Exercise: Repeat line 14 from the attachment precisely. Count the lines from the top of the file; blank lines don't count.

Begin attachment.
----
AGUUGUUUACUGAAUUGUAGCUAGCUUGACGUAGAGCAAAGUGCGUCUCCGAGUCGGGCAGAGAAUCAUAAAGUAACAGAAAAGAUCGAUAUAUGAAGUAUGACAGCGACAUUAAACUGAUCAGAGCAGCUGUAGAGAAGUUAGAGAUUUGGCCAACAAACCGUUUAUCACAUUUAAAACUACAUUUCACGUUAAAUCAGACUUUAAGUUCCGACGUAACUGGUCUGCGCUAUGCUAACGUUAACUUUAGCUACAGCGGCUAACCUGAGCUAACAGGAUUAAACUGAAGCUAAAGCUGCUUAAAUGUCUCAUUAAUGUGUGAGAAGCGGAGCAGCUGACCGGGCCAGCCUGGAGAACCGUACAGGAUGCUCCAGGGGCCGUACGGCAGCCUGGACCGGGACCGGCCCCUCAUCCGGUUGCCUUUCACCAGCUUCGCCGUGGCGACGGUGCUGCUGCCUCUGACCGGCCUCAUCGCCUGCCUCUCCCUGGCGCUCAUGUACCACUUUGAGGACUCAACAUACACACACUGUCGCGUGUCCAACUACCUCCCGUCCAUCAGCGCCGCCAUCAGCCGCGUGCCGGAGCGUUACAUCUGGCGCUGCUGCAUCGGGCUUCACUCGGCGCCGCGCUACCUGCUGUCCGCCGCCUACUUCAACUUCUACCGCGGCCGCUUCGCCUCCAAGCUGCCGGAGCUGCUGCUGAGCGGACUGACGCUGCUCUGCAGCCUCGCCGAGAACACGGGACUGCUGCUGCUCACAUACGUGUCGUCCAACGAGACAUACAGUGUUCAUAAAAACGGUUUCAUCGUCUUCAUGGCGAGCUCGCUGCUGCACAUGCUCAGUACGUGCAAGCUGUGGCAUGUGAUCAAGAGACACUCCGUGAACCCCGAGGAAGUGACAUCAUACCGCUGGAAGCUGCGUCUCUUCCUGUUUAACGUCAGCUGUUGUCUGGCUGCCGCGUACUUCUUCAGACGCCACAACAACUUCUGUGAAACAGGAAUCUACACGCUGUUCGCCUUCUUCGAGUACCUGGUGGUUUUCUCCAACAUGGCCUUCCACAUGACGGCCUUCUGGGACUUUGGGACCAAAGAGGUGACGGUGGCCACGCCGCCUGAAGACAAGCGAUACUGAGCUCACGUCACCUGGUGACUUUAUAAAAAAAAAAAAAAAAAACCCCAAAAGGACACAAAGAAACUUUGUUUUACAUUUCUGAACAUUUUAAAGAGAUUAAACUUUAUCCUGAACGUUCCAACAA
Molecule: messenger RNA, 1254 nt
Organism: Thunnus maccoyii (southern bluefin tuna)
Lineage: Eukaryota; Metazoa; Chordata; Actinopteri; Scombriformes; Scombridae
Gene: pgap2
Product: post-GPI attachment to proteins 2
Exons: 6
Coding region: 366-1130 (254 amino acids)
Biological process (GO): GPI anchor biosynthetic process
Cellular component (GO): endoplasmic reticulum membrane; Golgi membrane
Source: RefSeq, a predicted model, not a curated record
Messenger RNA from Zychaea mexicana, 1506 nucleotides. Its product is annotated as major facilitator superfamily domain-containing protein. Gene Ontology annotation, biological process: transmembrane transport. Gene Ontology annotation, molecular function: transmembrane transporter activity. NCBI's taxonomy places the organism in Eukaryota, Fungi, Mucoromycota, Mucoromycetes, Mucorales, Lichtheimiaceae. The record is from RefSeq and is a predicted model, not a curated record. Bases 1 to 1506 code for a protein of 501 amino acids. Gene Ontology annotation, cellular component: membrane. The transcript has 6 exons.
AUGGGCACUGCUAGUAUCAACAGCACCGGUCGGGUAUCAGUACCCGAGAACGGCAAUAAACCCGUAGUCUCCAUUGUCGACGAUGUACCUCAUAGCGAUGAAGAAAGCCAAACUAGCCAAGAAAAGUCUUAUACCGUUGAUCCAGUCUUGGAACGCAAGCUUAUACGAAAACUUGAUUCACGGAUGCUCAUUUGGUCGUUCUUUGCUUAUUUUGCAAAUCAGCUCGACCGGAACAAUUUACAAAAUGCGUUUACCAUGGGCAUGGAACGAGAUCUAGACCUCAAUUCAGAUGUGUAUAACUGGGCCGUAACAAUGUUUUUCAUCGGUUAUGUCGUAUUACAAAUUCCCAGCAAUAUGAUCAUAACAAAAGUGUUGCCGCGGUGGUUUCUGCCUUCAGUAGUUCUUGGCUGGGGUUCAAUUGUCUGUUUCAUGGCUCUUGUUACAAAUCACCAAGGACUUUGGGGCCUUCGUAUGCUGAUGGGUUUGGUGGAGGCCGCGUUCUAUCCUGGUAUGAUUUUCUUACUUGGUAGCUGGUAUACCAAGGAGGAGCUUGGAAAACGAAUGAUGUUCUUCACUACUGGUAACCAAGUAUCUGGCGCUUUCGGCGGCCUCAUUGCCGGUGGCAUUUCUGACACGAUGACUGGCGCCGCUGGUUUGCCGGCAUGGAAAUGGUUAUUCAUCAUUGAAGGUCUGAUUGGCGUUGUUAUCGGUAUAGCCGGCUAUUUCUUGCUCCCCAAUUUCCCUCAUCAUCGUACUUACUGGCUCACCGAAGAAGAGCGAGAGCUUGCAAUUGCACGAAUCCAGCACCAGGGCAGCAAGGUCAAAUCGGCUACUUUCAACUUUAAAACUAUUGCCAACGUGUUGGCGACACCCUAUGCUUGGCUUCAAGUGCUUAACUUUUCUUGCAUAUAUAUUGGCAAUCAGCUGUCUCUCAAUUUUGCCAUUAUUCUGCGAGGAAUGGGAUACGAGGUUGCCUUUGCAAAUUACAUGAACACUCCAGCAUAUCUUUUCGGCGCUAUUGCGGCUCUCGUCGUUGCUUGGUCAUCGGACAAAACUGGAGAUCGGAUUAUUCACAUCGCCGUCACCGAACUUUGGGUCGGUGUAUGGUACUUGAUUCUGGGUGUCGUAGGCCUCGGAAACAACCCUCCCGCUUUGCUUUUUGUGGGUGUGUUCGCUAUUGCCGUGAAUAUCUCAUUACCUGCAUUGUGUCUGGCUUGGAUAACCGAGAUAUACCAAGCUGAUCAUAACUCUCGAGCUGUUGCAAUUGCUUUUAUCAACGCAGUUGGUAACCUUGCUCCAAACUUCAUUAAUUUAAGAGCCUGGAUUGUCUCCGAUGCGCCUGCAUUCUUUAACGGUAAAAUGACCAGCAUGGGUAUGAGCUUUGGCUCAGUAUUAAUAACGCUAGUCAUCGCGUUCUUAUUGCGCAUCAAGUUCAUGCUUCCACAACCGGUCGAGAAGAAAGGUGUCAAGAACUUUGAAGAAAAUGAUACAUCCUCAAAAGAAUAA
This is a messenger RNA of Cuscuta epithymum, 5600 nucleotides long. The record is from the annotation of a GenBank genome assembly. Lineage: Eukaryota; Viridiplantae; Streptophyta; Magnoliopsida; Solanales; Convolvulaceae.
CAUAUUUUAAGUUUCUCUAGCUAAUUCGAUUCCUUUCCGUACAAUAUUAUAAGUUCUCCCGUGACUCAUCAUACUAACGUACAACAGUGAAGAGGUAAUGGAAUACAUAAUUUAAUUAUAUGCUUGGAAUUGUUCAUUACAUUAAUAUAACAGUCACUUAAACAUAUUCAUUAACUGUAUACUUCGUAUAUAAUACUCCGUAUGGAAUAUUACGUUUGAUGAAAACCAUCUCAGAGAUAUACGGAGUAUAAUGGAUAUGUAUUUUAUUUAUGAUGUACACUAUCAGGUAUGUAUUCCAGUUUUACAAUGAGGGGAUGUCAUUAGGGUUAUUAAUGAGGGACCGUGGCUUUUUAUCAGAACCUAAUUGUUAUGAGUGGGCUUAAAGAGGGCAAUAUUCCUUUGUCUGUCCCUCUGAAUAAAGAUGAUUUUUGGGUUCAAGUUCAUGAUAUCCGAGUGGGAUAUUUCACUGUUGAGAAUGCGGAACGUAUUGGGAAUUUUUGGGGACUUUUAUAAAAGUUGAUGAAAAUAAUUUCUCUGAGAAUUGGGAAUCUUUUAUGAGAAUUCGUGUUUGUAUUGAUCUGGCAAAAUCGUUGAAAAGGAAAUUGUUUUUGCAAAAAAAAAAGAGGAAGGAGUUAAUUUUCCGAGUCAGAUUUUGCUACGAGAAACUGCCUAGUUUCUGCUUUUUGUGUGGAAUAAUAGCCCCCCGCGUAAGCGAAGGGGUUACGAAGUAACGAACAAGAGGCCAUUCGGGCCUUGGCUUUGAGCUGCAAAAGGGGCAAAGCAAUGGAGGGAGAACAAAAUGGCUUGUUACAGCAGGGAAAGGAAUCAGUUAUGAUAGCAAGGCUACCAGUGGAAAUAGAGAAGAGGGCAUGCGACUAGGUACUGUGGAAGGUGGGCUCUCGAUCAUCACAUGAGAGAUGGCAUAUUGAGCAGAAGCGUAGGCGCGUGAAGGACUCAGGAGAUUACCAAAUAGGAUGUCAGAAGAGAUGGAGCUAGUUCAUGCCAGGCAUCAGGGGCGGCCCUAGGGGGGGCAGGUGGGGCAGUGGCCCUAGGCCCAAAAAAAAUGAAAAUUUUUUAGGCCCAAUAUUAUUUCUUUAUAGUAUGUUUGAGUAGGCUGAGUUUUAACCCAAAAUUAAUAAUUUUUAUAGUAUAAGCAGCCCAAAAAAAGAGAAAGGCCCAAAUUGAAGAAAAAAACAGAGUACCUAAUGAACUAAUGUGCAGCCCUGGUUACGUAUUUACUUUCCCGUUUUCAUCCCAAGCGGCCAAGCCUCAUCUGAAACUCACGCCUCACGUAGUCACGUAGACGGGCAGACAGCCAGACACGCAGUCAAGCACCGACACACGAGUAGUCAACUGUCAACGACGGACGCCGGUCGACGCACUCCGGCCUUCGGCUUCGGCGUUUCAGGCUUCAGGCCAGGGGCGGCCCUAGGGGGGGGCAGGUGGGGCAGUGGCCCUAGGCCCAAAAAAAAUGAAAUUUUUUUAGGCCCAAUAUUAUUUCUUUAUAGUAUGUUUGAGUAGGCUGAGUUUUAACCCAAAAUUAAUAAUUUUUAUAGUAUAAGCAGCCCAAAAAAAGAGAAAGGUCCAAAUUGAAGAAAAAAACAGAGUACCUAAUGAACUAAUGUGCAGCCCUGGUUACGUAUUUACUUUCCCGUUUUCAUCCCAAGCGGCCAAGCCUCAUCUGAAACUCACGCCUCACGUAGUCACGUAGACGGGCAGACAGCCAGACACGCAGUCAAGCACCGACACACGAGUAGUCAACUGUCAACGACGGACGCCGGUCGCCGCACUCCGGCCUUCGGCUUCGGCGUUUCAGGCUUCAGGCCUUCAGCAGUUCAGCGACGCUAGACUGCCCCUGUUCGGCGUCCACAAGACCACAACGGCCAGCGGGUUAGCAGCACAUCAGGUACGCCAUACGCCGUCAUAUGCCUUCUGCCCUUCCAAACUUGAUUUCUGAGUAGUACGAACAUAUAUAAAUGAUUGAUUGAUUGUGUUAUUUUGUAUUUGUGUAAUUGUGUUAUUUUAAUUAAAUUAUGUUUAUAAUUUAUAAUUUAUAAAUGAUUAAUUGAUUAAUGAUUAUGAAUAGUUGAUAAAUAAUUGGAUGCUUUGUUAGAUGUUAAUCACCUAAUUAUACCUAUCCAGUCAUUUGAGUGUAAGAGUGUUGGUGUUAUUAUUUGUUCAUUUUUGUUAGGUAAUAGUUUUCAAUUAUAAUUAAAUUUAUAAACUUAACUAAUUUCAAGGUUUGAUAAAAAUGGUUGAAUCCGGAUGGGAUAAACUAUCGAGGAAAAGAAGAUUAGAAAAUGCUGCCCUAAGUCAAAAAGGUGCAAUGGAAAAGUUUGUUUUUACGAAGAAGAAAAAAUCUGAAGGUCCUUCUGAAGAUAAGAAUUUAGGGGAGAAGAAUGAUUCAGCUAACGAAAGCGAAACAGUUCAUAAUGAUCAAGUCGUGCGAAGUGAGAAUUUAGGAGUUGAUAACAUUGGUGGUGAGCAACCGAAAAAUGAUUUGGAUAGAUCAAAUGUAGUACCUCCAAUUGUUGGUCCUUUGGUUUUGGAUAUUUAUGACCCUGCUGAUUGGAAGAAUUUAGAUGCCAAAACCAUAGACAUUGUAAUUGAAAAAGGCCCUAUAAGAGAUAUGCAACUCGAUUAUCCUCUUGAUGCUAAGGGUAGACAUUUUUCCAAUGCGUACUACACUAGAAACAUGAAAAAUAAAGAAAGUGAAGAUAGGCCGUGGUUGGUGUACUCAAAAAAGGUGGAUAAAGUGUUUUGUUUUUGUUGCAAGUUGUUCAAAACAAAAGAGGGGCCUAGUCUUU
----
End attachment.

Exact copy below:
This is a messenger RNA of Cuscuta epithymum, 5600 nucleotides long. The record is from the annotation of a GenBank genome assembly. Lineage: Eukaryota; Viridiplantae; Streptophyta; Magnoliopsida; Solanales; Convolvulaceae.